The project brought together carers, NHS patients, adults facing disabling barriers, adults living with or in recovery from mental ill health and people seeking or who have been granted asylum and delivered a programme of workshops that explored the relationship between photography and mindfulness
How did the collaboration come about?
The project idea was initiated by the community engagement team at Gloucester Cathedral encouraged by the opportunity to apply for Take Note funding that specifically supported collaboration and cross-sector partnership working for social impact. Some members of the eventual partnership group also attended Take Note’s speed dating event where they had the opportunity to meet other organisations across the community and generate new ideas for ways for working together. Despite the wide-ranging work and community reach of the individual organisations, they were united in their shared interest in using the arts for positive social impact and exploring the intersection between creativity and well-being (in this case, photography and mindfulness).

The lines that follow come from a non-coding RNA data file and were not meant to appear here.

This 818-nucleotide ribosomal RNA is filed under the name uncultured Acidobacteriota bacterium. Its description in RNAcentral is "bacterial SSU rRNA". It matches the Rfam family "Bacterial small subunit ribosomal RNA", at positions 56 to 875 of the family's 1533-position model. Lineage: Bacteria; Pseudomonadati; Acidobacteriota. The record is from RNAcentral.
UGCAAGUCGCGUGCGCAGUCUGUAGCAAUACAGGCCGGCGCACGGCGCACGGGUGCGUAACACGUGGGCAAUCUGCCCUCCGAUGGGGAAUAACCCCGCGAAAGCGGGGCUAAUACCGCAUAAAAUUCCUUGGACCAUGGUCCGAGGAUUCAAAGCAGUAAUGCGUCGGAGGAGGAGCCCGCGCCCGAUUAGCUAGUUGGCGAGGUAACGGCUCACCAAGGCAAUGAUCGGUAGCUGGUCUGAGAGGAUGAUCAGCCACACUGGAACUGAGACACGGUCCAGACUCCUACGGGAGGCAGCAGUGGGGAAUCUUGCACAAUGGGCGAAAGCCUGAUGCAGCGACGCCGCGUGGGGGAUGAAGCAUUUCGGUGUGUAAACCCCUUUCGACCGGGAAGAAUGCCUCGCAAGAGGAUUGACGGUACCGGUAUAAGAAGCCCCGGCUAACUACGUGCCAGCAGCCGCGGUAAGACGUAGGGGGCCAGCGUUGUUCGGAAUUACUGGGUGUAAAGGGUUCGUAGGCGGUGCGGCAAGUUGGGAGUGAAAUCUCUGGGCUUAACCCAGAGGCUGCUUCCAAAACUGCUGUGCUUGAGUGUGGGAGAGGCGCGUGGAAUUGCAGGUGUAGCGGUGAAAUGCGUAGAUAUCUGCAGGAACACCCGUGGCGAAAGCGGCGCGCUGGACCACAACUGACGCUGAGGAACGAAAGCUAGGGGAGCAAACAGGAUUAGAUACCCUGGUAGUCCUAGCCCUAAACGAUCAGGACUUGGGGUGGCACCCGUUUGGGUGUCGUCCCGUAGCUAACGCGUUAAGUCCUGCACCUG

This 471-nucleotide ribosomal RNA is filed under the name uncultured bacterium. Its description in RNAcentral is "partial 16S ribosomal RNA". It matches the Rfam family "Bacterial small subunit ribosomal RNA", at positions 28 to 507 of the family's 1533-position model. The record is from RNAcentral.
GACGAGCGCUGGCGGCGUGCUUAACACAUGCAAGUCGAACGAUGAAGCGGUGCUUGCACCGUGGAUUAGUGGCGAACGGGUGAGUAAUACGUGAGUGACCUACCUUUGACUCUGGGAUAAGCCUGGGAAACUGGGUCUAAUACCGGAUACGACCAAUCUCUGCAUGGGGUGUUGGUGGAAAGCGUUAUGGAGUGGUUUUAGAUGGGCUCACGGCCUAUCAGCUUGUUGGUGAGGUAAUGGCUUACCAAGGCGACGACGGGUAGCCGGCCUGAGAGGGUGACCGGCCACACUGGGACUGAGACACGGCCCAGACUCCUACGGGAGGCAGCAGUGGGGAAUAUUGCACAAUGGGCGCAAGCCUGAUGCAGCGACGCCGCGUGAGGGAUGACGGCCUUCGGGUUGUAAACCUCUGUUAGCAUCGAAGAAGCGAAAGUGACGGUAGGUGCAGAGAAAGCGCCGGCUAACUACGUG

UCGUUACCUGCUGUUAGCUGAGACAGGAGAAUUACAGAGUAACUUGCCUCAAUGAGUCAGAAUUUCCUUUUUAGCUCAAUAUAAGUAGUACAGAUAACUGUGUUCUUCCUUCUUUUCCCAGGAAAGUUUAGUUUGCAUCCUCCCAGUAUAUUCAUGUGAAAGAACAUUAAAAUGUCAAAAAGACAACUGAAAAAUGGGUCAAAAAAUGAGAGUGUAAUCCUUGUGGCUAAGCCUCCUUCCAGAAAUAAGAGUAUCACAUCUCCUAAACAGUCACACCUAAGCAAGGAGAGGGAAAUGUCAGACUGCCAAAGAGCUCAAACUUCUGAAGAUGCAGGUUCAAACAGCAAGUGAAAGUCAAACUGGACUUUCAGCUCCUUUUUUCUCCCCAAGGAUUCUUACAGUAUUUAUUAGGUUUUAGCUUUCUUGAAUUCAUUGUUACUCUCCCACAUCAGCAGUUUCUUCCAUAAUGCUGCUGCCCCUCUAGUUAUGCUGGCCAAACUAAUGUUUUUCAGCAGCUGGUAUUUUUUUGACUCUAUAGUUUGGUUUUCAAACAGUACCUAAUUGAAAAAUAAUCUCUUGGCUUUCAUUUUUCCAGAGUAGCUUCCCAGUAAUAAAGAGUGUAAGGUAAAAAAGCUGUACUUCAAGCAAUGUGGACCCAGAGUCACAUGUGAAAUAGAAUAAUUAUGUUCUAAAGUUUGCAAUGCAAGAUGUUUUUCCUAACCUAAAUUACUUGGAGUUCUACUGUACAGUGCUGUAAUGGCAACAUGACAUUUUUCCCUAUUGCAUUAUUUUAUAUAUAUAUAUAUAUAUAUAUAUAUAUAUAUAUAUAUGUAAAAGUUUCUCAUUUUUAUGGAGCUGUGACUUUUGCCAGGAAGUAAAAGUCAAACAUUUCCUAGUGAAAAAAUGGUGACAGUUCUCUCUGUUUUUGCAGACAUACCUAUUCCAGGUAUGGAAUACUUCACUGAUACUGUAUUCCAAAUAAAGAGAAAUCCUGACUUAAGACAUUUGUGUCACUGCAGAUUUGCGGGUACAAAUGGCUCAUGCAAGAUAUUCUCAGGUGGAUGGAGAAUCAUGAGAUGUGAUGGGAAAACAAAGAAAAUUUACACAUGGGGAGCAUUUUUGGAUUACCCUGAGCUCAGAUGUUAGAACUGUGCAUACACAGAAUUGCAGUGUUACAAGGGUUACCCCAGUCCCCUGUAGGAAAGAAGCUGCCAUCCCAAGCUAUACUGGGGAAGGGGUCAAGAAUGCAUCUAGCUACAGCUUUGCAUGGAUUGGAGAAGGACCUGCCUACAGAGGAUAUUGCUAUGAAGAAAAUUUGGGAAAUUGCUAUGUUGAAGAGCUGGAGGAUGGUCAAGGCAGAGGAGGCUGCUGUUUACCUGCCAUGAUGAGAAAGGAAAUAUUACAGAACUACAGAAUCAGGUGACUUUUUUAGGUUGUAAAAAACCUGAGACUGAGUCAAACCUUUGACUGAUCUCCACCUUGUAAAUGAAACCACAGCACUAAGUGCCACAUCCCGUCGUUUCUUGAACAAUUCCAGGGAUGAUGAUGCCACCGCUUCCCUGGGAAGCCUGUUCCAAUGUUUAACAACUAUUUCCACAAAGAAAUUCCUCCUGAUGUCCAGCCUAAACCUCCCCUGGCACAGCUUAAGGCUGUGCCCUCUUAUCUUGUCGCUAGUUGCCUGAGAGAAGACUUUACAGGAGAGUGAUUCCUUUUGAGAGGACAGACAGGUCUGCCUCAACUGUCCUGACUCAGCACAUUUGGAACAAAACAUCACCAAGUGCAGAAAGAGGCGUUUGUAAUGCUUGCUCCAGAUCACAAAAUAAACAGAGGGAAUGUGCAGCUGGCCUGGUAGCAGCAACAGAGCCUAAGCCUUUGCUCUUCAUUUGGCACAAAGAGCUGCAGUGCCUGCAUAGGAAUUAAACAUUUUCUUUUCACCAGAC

The collaboration involved a photographer, a refugee charity, a cathedral, a user-led social inclusion charity, an NHS Hospital Foundation and a carers charity
Will the project continue beyond COVID-19 lockdown?
Members of the groups who met during the three mindful photography courses are continuing to meet informally. Individual and on-going passion for photography in some participants has been piqued.
How was the project funded
By the Take Note Connect fund, made possible by Esmee Fairbairn Foundation and Footwork Trust